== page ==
In our opinion, late night savoury cravings after an evening of drinking, should be categorised as an emergency. But worry not, because the streets of Singapore’s Lau Pa Sat got you! Now, we can’t promise that the most popular hawker-style stalls wouldn’t have sold out, but given the plethora of options that Lau Pa Sat offers, we would like to hold space for some of that intoxicated optimism.

Located in the Downtown Core area of the city, Lau Pa Sat translates to ‘old market’ in the dialect of Hokkien. Originally a fish market, this distinctly octagonal structure is one of the oldest Victorian buildings in Southeast Asia.

While much of Singapore’s street food was shifted to open air pavilions, also known as hawker centres, Lau Pa Sat boasts of preserving its multi-generational heritage. Bustling streets, lined with street food carts, there is very little that compares to the old world charm of the Singaporean street food experience.

Lau Pa Sat — Man barbecuing Satay
Lau Pa Sat — Man barbecuing Satay

At 7pm every evening, the outdoor area transforms into Satay street, enveloped by the sizzle and the smell of grilled meats. Culinary experiences are made extraordinary not only by the ingredients used, but also by the intermingling of culture-specific flavour palettes. Singaporean street food culture offers you a large variety ranging from traditional Singaporean dishes like Hainanese Chicken Rice and Laksa to international favourites like Korean BBQ.

You can truly immerse yourself in magical experiences through food, whether it's getting a workout in while trying to get to the meaty goodness of crab claws or staring at the glittering night sky over a steaming bowl of noodles while enjoying al-fresco dining.

The Peranakan Shophouses 

From architecture to fashion, while representing a confluence of myriad cultures, the Peranakan culture proudly retains its very own distinctive identity.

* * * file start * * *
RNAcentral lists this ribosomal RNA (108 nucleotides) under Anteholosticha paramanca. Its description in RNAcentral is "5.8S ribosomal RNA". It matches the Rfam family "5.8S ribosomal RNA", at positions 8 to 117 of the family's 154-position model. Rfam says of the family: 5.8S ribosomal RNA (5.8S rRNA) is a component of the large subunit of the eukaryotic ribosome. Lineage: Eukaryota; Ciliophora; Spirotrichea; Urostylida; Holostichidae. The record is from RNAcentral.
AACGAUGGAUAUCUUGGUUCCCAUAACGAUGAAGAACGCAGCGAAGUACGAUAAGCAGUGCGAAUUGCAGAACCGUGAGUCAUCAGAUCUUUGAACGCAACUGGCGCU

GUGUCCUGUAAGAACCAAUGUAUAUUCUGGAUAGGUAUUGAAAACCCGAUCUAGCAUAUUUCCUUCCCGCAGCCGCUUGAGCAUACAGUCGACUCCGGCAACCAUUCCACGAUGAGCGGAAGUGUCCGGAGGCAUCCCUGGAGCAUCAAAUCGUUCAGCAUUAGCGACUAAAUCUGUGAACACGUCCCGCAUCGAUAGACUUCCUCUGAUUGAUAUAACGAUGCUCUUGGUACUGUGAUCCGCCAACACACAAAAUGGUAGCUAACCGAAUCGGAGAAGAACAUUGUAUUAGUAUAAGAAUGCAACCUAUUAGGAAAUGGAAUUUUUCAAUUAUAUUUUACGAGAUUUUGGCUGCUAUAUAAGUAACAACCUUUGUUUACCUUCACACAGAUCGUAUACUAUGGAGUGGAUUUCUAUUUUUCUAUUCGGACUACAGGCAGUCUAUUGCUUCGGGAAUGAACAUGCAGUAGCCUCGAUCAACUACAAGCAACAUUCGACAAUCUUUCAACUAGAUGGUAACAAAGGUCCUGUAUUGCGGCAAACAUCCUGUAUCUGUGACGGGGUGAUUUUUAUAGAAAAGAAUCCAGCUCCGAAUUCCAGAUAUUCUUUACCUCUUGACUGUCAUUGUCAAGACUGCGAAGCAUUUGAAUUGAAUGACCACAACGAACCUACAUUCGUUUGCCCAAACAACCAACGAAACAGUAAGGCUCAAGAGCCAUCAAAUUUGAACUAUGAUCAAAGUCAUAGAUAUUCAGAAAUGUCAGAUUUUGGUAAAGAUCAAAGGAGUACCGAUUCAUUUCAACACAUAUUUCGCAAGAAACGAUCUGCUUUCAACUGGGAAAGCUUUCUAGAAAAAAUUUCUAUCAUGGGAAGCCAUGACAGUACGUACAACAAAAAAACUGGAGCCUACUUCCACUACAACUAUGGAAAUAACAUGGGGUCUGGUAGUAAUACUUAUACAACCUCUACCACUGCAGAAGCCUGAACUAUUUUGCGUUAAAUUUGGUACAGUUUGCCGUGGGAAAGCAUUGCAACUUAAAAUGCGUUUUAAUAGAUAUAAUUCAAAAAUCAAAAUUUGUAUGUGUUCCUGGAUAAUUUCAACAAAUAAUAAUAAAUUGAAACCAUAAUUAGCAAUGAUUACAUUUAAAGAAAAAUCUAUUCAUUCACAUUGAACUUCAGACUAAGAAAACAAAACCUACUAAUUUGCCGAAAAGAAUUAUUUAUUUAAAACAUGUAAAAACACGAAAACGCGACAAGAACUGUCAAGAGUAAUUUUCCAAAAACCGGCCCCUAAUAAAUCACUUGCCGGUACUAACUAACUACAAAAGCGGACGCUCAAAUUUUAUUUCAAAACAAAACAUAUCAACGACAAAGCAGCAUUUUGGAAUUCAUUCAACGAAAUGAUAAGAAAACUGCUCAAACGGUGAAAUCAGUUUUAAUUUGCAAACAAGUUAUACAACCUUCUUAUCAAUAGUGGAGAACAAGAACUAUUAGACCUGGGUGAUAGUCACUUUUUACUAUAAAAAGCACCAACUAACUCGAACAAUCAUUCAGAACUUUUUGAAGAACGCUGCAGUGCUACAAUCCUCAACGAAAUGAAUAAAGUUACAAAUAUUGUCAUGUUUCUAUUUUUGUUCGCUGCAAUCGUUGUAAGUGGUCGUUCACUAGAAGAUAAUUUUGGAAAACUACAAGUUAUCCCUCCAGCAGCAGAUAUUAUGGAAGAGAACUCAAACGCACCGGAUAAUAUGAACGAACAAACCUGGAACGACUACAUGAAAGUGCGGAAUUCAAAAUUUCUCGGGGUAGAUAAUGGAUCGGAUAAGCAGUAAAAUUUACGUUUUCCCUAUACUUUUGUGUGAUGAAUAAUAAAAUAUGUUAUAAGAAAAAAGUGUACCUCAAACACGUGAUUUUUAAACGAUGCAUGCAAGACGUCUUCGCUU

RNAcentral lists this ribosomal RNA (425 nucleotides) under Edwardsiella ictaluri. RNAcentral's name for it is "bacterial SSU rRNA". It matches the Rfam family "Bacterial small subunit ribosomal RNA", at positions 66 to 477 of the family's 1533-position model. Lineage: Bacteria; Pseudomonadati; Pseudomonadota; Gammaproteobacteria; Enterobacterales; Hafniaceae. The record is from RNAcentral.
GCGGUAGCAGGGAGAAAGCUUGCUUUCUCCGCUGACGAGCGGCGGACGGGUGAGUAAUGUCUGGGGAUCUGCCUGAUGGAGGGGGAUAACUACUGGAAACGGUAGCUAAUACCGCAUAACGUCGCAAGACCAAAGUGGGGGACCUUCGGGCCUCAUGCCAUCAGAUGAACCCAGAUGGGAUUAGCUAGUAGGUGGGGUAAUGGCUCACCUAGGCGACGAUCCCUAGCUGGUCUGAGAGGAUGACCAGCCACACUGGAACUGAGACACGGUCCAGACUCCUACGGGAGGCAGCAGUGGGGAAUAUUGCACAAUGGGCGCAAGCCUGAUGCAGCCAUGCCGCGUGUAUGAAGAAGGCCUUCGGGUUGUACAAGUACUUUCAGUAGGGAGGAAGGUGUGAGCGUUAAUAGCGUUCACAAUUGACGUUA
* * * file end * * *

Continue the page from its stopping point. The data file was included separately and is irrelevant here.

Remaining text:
Lined with rainbow-coloured terrace houses, Joo Chiat is the home base of Singapore’s Peranakans. The word “Peranakan” in Indonesian and Malay means someone born from a mixed marriage between a local and a foreigner. Their heritage lies in mixed marriages between primarily Chinese immigrants and the locals.

The cultural complexity and heritage of the Peranakan lineage is pervasive. For instance, the Malay and Indonesian influences on Peranakan cuisine, can be seen in the use of coconut milk and rempah (spices). It also often employs pork as an ingredient, which is strictly forbidden in Malay cuisine. The confluence of South Asian and West European influences on Peranakan culture is also evident in their architecture. The air vents in Peranakan houses are in the shape of a bat which is a Chinese sign of good luck and of long life. Similarly, the structure of the swinging wooden doors are inspired by the west while the carvings on it have distinctly eastern roots.

Joo Chiat - Koon Seng Road
Joo Chiat - Koon Seng Road

The Peranakans make themselves known even through their fashion. The Peranakan ninyo kebaya embellished with embroidered motifs of flowers and butterflies among others. Paired with hand-beaded slippers and a batik-print sarong, the outfit is a dream come true for lovers of homegrown fashion. Amidst the futuristic-looking skyscrapers of Singapore, Peranakan shophouses are often easy to tell apart, given the eye-popping, bright colours they are adorned in.

These are the extraordinary remnants of a history that is often complex to articulate, yet so seamless to experience.

Imbued with tradition and modernity, Singapore has many hidden gems waiting to be uncovered. So, allow yourself the gift of exploration, for you never know what you might discover! Get ready to experience a taste of all of this and more.

Dive into everything Singapore has to offer — tap this link and follow these steps to win an extraordinary trip to Singapore: Use the AR filter —> Make a video with a creative twist —> Share and tag @visit_singaporein & @homegrownin on Instagram. The best one stands a chance to win a trip to Singapore!